TROFACO is very efficient at securing benefits to local villages as well as getting accurate documentation back to our supporters. This is due to the fact that we only work with partners we trust, and that we’ve developed a unique verification system.


TROFACO is entirely dependent on good, reliable partners in the countries in which we work. They organize a lot of the local work, and they establish and supervise the collaboration with communities and schools. This is where our extensive experience in international development comes in.

We started TROFACO in Cambodia. Our CEO has lived and worked there for two years and got to know a very capable national organization of farmers’ associations. FNN (The Farmer Nature Network).


It is their member associations we work with on the ground. For our own management we set up a Cambodian company, Cambodia Farmland Carbon, CAFACA.

In Uganda, we have – for the government of Denmark – done quality checks of local NGOs that work with Danish NGOs and receive Danish funds. Through this we found CIDI (Community Integrated Development Initiatives), who is our direct partner and organise the plantings in Uganda for our sponsors/clients.

In Vietnam we work together with ActionAid Vietnam


Our trusted partners in Uganda, Cambodia, and Vietnam work with many communities, schools, churches or temples. They ask these – local project owners – to suggest suitable planting sites for our trees. We only collaborate with strong, trustworthy communities, so we visit and check the suggested locations and project owners.

Once we’ve identified and verified a project owner, our local partner signs a contract with a responsible person or group within that community. In this contract, it is stated that TROFACO and its partners will pay for the living seedlings (trees to be planted). So the community gets trees for free, and in return, they are responsible for replanting trees that die within the first two years of planting.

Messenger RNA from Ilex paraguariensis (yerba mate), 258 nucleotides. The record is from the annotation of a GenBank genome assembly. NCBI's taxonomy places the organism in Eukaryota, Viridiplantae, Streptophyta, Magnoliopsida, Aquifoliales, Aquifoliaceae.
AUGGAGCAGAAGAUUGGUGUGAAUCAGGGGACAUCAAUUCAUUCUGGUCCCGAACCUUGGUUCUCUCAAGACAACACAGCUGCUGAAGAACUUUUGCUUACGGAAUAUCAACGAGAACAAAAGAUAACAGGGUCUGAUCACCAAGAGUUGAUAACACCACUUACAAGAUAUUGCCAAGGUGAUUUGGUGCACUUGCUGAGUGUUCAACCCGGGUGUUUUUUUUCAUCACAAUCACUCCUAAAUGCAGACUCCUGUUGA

As a safeguard, if anything should go wrong with a planting, we have procedures in place to make sure that all trees paid for are re-planted. In that case our sponsors/client will be notified of this. Furthermore, not all the community’s share from the sales of CO2 compensation are released at once. Rather we pay after each time trees have been inspected and found still standing. If the amount of trees in a planting has decreased, so will the following payment. That is your guarantee that everyone honours the agreements in place. You can see this in practice in an example of a contract with a local community.


We need reports from the communities about the trees, and for this we train local people as verification experts. In Cambodia, these are employed directly by us, while in Uganda they are the staff of our partners. They are always somebody well respected in the area and often have extensive NGO experience.

We  supply the verification experts with smartphones. Then we train them to take pictures that clearly show the trees. If needed, we put a small stick next to each small tree for visibility.

 Each image is supplied with GPS-data and a time stamp. Our friendly ICT partner, Manao Software, has developed software, which reads the GPS information and date from each photo. This in order to display them to you on our website with each image placed on a map. These are then updated with intervals, so the viewer can follow the trees as they grow.Here you may see how it works!


TROFACO use our own verification – and not a ‘standard’. Here you see why:

1. The developing of projects under the various standards is expensive, so we avoid that
Developing a project can often cost more than 200,000 USD per project. In this case only very small amount would reach the farmers. Furthermore such costs would force us to work with large-scale projects only. Besides the expensive development costs, it is also very costly to do the subsequent verification under a current standard.

2.  We work with trees. Trees are immediately visible
As trees are pretty permanent, visible and tall, it’s quite easy for us to apply our smartphone/website-based verification. In our opinion, this also brings more exciting documentation than a verification report as used by the standards.

3.  Most standards for verification of tree-based climate compensation only work with a limited number of tree species
Most verification standards only allow trees similar to those used in commercial plantations. If we were to use a standard, our partner communities would not be able to plant the useful, local kinds of trees they prefer.